The most interesting outcome of the whole debacle was Tesla’s 2022 Impact Report that was released around the same time. 

My coverage was one of the most popular articles of the year, as it explored the report’s dismantling of the risk-led approach that ESG takes, looking only at the risks to a portfolio of climate-related risk. As opposed to the more powerful approach of looking at the impacts a company has on the world. 

“Many ESG ratings evaluate: “Does this ESG issue impact the profitability of the company?” We need a system that evaluates: “Does the growth of this company have a positive impact on the world?”” says the report.

Long-time readers of OnImpact will be aware of the spectrum of approaches that exist in the world of sustainable investing. ESG has always been the baseline approach, a starting point for investors to begin integrating sustainability factors beyond the traditional financial inputs. 

Impact investing on the other hand, is the gold standard. It sits at the other end of the spectrum; requiring a more thorough set of metrics, both quantitative and qualitative, and it looks beyond just portfolio risk, to explore the impact the company and its products are having on the world.

A lot can happen in 6 months, and as we approach the end of 2022 we’re now seeing Republican governors in the US banning ESG mandates for municipal funds, and Blackrock, the world’s largest fund manager, is being divested due to Larry Fink’s focus on sustainability and ‘purpose’.

It’s been a wild ride, and with US election campaigning about to start, it’s only going to get more bumpy.

Profiling our Impact Leaders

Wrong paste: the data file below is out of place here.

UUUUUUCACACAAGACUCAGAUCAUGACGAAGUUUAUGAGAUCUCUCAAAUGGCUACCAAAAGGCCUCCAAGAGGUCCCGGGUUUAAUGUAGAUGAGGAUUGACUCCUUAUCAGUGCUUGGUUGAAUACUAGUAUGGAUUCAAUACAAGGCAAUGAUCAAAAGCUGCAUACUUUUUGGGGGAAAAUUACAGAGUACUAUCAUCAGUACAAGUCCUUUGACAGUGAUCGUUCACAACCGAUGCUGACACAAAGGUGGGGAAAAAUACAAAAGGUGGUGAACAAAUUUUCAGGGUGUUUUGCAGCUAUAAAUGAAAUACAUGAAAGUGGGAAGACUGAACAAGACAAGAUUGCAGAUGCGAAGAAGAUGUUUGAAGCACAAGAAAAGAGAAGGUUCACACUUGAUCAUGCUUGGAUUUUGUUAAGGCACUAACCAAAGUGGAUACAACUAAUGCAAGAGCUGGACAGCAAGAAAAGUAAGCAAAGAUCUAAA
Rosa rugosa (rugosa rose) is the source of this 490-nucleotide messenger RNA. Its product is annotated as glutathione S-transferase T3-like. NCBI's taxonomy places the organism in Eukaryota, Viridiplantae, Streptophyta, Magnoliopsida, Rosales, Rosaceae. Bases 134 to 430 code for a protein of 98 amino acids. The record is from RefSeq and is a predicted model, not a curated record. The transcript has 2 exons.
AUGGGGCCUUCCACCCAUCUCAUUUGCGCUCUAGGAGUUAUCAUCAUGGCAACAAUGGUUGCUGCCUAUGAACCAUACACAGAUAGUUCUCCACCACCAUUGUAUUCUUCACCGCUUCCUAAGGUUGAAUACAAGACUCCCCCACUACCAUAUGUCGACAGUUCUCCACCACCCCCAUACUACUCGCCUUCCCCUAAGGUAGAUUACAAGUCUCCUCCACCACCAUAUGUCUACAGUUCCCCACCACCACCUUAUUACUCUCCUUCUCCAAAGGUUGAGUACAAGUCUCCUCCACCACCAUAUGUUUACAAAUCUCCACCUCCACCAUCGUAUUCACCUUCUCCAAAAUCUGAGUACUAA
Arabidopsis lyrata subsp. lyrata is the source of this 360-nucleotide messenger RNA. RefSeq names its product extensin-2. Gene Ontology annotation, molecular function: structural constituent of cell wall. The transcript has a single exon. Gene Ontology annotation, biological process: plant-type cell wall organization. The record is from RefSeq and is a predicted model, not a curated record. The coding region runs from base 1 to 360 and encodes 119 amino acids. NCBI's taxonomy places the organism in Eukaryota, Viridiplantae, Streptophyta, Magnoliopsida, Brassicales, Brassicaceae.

One of the most satisfying parts of the OnImpact newsletter is reaching out to the leading practitioners and thought leaders in the space, both here in Australia and around the world. 

The impact profile section of the website has proved popular, and it’s become a rich database of the best impact minds available for you to peruse and learn from. 

Harry Breidahl is Investment Manager at For Purpose Investment Partners, and his profile was one of the most popular of the year. He did have an advantage, being featured as one of our first articles for the year, but he’s shown himself to be a powerful advocate for impact throughout the year. 

Special mention also goes to Amanda Miller and Ryan Cook for their contributions. 

Climate-Tech Takes Impact Mainstream

We’ve spoken a lot about the investors, but where would they be without companies to invest in. 

And it’s the startups that are most exciting, in particular the new breed of climate-tech startups that are showing the world how you can create a fast growing company, while still having impact at your core. 

You can read about all of the featured startups over here, but one that caught the attention of readers this year was Nuvoe

Nuvoe want to be ‘bigger than Britta’, and they’ve made a great start with a water purification device that can be dropped into any water bottle!

It uses UV light and can be activated with just a shake of the bottle. A magnet on the outside holds it in place, and you suddenly have purified water that cleans your bottle from the inside. 

It’s an exciting time to be an impact investor, but most rewarding is the progress of a sector like climate tech that has matured to grab the attention of investors of all stripes. 

To me, this is the mark of success. We’re seeing companies take the world by storm that have purpose at the core of their business plan, where impact metrics lead their growth story, and demand is running hot. 

2023 is going to be a good year!